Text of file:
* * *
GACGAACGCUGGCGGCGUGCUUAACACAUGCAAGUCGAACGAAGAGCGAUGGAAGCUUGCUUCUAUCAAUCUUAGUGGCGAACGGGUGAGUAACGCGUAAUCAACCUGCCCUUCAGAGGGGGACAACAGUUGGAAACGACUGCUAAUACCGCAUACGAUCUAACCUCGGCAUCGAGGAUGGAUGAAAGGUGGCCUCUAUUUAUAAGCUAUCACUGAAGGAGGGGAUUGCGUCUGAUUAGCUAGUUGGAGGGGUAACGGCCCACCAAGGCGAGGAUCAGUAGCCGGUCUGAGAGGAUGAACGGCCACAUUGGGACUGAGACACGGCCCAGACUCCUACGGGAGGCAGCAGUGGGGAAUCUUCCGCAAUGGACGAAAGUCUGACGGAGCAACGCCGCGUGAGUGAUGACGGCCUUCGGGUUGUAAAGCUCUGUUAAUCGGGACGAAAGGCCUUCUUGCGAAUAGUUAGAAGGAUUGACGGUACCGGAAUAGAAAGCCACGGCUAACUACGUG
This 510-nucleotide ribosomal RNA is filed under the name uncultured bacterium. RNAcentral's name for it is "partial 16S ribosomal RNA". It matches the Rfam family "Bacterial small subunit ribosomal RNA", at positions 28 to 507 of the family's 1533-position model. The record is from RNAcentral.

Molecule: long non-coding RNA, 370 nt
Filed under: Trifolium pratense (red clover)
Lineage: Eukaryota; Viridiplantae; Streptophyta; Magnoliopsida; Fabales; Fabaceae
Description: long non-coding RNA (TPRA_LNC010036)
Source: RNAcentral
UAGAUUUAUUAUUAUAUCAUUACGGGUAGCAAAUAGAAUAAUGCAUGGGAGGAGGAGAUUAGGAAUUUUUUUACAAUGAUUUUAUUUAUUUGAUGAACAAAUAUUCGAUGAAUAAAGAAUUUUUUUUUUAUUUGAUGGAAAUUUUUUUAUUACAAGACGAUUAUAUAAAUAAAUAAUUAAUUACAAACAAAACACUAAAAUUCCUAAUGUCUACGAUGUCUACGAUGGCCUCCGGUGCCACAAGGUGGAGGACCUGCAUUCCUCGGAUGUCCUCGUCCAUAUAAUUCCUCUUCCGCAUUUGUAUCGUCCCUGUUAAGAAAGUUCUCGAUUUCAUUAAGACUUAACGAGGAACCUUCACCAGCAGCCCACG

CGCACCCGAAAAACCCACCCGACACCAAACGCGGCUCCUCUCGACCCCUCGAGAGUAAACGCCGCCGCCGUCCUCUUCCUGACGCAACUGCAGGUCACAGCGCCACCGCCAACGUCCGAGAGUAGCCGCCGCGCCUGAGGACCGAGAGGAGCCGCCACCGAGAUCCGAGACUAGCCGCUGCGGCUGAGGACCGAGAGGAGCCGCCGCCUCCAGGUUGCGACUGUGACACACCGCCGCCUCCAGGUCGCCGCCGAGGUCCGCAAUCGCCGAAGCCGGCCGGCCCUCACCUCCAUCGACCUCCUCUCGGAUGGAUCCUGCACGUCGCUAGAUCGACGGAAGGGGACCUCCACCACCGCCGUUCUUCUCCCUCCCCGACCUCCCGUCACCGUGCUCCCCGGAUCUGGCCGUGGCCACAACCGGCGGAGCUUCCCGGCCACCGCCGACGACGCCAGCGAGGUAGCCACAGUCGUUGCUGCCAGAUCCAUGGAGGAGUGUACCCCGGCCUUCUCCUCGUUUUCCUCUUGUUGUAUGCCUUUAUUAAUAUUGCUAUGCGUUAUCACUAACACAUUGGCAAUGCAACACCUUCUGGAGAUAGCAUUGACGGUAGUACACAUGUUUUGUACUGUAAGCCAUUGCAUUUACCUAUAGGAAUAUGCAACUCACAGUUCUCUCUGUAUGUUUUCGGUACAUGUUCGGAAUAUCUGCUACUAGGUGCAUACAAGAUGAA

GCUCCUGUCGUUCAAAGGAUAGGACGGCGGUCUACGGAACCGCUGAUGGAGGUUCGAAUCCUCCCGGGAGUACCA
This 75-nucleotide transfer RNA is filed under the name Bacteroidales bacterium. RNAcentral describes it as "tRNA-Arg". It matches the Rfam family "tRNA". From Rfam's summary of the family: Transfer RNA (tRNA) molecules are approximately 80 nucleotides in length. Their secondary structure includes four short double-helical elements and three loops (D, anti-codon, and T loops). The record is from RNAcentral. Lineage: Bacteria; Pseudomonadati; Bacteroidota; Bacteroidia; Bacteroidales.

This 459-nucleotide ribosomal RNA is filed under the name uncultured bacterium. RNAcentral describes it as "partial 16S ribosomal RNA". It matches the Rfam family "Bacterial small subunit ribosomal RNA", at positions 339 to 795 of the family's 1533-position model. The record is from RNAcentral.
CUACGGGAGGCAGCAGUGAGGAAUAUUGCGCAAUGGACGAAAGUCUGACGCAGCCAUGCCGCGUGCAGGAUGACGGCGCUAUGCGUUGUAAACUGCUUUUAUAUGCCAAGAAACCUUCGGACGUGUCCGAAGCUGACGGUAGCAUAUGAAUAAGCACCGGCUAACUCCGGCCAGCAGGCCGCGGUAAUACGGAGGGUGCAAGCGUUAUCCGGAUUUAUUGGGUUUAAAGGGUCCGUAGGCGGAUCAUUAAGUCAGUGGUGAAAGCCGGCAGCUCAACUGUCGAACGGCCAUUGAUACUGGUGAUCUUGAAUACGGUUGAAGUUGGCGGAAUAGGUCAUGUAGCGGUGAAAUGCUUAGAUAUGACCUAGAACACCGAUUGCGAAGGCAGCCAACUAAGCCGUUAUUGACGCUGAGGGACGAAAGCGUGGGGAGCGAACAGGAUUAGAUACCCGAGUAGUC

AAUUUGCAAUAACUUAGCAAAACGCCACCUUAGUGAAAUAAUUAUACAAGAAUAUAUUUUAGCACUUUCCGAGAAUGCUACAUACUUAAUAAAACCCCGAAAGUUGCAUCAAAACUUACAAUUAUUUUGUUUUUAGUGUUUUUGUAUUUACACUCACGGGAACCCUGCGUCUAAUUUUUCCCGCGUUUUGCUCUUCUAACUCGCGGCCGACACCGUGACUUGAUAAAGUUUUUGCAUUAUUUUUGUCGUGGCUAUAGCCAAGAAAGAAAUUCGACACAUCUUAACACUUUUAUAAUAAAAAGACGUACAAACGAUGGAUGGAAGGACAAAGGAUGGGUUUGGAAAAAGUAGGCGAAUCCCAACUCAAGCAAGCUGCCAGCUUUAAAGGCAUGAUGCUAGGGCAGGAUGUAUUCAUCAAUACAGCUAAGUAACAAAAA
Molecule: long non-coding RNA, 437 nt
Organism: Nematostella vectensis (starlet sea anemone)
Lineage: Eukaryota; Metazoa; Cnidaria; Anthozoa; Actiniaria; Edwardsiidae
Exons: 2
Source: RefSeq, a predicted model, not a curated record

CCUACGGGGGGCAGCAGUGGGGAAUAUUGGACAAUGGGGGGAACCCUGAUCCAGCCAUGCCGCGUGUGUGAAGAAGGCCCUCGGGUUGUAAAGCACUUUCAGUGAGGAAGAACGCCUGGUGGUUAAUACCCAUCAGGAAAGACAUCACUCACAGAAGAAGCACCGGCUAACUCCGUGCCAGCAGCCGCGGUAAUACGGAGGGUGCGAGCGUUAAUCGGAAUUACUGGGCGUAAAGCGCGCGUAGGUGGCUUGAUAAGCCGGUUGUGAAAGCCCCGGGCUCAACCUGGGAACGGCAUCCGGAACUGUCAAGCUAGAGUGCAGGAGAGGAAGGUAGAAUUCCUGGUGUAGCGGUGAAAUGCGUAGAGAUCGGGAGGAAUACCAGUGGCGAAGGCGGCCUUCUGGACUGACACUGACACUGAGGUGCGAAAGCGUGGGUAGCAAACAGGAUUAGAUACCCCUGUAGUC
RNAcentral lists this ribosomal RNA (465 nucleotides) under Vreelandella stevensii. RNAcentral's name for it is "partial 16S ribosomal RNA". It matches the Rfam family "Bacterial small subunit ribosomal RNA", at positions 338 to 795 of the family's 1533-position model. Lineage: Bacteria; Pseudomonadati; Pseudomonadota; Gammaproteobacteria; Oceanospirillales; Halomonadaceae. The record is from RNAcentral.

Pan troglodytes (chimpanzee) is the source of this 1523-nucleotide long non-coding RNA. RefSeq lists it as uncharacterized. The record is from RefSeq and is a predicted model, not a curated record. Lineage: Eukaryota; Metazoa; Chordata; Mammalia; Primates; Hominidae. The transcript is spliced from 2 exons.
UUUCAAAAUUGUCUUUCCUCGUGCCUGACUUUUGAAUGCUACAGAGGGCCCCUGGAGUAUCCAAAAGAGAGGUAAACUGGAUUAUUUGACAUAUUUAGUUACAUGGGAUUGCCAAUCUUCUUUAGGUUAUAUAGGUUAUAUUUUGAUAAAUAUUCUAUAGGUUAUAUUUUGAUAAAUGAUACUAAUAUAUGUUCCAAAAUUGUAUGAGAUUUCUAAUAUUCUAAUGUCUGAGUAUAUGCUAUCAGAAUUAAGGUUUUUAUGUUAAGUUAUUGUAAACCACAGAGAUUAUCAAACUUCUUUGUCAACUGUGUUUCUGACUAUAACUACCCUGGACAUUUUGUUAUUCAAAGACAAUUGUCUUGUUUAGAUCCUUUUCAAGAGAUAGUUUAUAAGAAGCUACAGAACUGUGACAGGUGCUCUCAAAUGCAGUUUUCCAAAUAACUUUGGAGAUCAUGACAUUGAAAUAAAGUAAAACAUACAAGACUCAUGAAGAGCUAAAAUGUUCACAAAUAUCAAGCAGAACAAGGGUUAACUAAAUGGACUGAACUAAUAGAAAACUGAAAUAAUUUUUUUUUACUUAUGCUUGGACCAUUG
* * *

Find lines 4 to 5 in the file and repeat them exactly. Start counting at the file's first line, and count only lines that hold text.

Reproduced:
Filed under: Trifolium pratense (red clover)
Lineage: Eukaryota; Viridiplantae; Streptophyta; Magnoliopsida; Fabales; Fabaceae